I scoured the internet to try to find something to do with duck bones. Surely there was something other than boring old stock I could use them for. I certainly wasnt going to waste them! And that is when I stumbled upon this great post on Chow that gave me a sense of direction.
[ Serves: 4 | Time: 15 Minutes | Cost: $4 ]
[ Joes Rating: 3.5 / 5 | My Rating: 3 / 5 ]
Bones of 1 duck
1 – 2 litres stock
1 leek, diced
1 carrot, diced
2 – 3 sticks of celery, chopped
1 orange, juiced and zested
1 cup white wine
2 tablespoons flour
2 tablespoons parsley, chopped
1½ tablespoons tomato paste
2 cloves garlic
2 bay leaves
- Brown the bones in a large pot until they are well caramelised. Remove and reserve.
- Add the leek, celery, carrot and garlic to the pot and sauté them gently in the duck fat.
- De-glaze the pot with the wine and cook for a few minutes until all the vegetables are tender.
- Add the tomato paste and flour and cook off for several minutes. Ensure the flour is cooked well – this will take about five minutes.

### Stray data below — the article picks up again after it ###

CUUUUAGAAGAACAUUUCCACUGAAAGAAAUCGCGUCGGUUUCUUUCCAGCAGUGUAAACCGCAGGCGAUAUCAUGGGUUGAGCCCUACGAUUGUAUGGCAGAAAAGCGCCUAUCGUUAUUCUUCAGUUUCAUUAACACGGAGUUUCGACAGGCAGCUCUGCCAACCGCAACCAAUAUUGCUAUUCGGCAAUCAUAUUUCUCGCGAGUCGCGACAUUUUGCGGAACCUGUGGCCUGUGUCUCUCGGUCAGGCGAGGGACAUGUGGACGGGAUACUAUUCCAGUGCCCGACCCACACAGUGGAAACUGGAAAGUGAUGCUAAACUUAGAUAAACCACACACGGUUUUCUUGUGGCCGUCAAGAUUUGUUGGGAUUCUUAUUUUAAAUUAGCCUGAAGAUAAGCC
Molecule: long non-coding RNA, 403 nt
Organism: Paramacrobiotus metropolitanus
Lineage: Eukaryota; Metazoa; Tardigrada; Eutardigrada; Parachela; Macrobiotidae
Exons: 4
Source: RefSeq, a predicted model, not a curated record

- Add the bones, stock, parsley and bay leaves and boil for about 20 minutes, removing the scum from the surface regularly.
- Reduce the heat and add the orange juice and rind. Simmer lightly for 40 minutes.
- Strain the soup through cloth to remove the vegetables and serve the broth hot or eat it whole as a heartier soup.
- I did as the original recipe suggested and strained the soup through cloth and just served the broth for my first tasting. Joe opted to forgo the strained soup and just ate it directly from the pot. I have to admit that I actually preferred it his way. Every other mouthful was a flavour explosion as you got a bit of orange rind and you don’t waste anything by eating it all.
- I have to admit that I cheated a little. As I was cooking it and tasting it, I could only think of brown rice to accompany it. Just before serving, I made up some brown rice and put some into the bowls before the soup / broth went in. The combination was made of win.
- Diabetic Note: Nothing scary here, other than the fat. If you are worried about the fat, dry fry the vegetables rather than in the rendered duck fat. I did however, forgo the cream that is suggested in the original recipe for fat / calorie reasons.
- Ethical Note: Oh how I love meals like this. There is something about utilising the whole of the bird that just tickles my fancy. On top of the fact that I used the bones, I really struggled with discarding the vegetables in the soup just for presentations sake. I had a bowl strained to taste it, but as I mentioned above, I ended up having a second bowl a la natural with rice and it was just fine!